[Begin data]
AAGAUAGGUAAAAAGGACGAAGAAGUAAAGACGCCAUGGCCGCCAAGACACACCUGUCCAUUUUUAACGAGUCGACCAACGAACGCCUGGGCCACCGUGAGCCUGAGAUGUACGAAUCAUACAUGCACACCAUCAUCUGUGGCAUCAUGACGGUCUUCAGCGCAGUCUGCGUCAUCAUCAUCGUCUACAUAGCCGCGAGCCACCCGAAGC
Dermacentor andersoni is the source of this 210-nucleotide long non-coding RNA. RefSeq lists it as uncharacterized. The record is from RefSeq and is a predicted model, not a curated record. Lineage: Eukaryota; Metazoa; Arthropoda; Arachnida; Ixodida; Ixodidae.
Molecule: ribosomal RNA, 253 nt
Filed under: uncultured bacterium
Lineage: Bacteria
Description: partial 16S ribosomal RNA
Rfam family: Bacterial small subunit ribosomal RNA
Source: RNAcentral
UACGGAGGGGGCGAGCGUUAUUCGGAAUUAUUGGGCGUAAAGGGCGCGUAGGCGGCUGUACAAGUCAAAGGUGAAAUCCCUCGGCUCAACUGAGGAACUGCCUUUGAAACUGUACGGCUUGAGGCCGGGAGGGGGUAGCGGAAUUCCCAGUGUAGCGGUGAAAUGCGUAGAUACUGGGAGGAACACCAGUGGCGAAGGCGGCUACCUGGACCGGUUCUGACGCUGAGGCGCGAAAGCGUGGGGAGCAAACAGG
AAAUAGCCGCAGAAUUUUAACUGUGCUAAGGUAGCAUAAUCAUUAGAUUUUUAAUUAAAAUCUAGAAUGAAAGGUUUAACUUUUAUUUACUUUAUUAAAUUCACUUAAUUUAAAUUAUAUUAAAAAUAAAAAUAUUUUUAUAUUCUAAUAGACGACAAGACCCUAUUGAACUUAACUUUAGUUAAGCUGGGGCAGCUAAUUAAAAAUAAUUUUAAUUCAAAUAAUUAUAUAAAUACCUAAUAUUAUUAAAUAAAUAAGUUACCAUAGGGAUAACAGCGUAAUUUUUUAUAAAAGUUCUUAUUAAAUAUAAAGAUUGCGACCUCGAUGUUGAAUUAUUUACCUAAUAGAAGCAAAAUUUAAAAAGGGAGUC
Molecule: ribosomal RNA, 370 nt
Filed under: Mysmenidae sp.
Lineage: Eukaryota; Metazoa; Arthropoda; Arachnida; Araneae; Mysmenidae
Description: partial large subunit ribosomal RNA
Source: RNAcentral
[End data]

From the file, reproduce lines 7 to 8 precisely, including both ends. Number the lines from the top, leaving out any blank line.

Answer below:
Rfam family: Bacterial small subunit ribosomal RNA
Source: RNAcentral